Reply
  2. Now I feel totally inspired and it’s barely 10 a.m. They’re so pretty to look at and I never really knew what to do with them – now I do – thanks for this recipe.

    Reply
  3. That looks delicious! Great way to use those kumquats up! Kumquats are a big deal on the island of Kerkyra (Corfu) from which my mother-in-law is from and there they make Greek spoon sweets (a sort of preserves where the fruit is kept whole) with the kumquats or they also candy them whole.

    Reply
  4. I can’t say I am a HUGE fan of kumquats but that recipe may just lead me to try some :-) Our friend is in love with kumquats and has one planted in a pot, so I may have to refer them to this upside down cake! The colors are brilliant!

    Reply
  5. sadly, i’ve never tasted a kumquat. i can tell you this, however–i want my introduction to be a recipe much like this–it looks and sounds delectable!

    Reply
  6. Holy wow! This looks incredible. I’ve made a pineapple-plantain upside-down cake in my skillet, but this moves me to new levels of invention and decadence. Thanks for the great post!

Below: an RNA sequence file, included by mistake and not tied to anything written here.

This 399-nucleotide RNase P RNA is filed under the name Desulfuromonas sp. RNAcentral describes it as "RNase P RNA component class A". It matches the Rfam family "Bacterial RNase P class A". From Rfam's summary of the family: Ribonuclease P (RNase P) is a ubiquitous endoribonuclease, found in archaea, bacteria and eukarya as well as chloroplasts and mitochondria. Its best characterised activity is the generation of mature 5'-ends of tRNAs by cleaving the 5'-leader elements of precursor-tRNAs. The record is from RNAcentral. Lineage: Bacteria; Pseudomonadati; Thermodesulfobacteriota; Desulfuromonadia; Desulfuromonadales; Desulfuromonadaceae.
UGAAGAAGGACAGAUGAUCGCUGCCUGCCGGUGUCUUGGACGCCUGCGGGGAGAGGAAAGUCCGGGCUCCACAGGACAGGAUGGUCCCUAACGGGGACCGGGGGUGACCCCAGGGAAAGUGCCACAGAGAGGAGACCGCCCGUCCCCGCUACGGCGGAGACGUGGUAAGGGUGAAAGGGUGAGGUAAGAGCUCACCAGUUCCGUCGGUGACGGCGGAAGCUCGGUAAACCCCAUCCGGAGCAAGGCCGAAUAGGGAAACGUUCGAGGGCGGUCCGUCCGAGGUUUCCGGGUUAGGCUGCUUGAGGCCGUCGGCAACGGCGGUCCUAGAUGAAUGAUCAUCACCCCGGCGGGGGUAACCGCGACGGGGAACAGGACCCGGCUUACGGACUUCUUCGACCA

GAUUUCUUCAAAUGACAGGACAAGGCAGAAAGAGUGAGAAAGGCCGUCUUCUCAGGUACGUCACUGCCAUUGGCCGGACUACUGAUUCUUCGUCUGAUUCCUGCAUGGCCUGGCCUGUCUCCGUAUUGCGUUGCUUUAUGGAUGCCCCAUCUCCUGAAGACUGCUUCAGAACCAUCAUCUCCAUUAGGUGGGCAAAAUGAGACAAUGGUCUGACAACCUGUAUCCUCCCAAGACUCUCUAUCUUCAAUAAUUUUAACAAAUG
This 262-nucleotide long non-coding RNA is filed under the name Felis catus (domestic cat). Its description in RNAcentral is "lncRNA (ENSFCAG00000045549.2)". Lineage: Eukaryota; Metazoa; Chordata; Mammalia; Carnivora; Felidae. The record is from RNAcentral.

Reply
  7. Your upside down cake is beautiful!! Here’s a recipe for you!

    Cranberry Kumquat Relish
    http://www.kumquatgrowers.com/recipe019.html

    1 cup honey
    2 tbsp. crystallized ginger
    12 oz. fresh cranberries
    2 (4 inch) cinnamon sticks
    1 cup chopped kumquats
    1 tbsp. lemon juice

    DIRECTIONS:

    1. In a 4 quart sauce pan, heat honey, cinnamon sticks and ginger to boiling.

    2. Add chopped kumquats and simmer until just soft.

    3. With a slotted spoon, remove the kumquats and the cinnamon sticks.

    4. Discard the cinnamon sticks.

    5. Add cranberries to honey mixture in sauce pan and cook until the cranberries burst.

    6. Remove from heat, stir in lemon juice and allow to cool.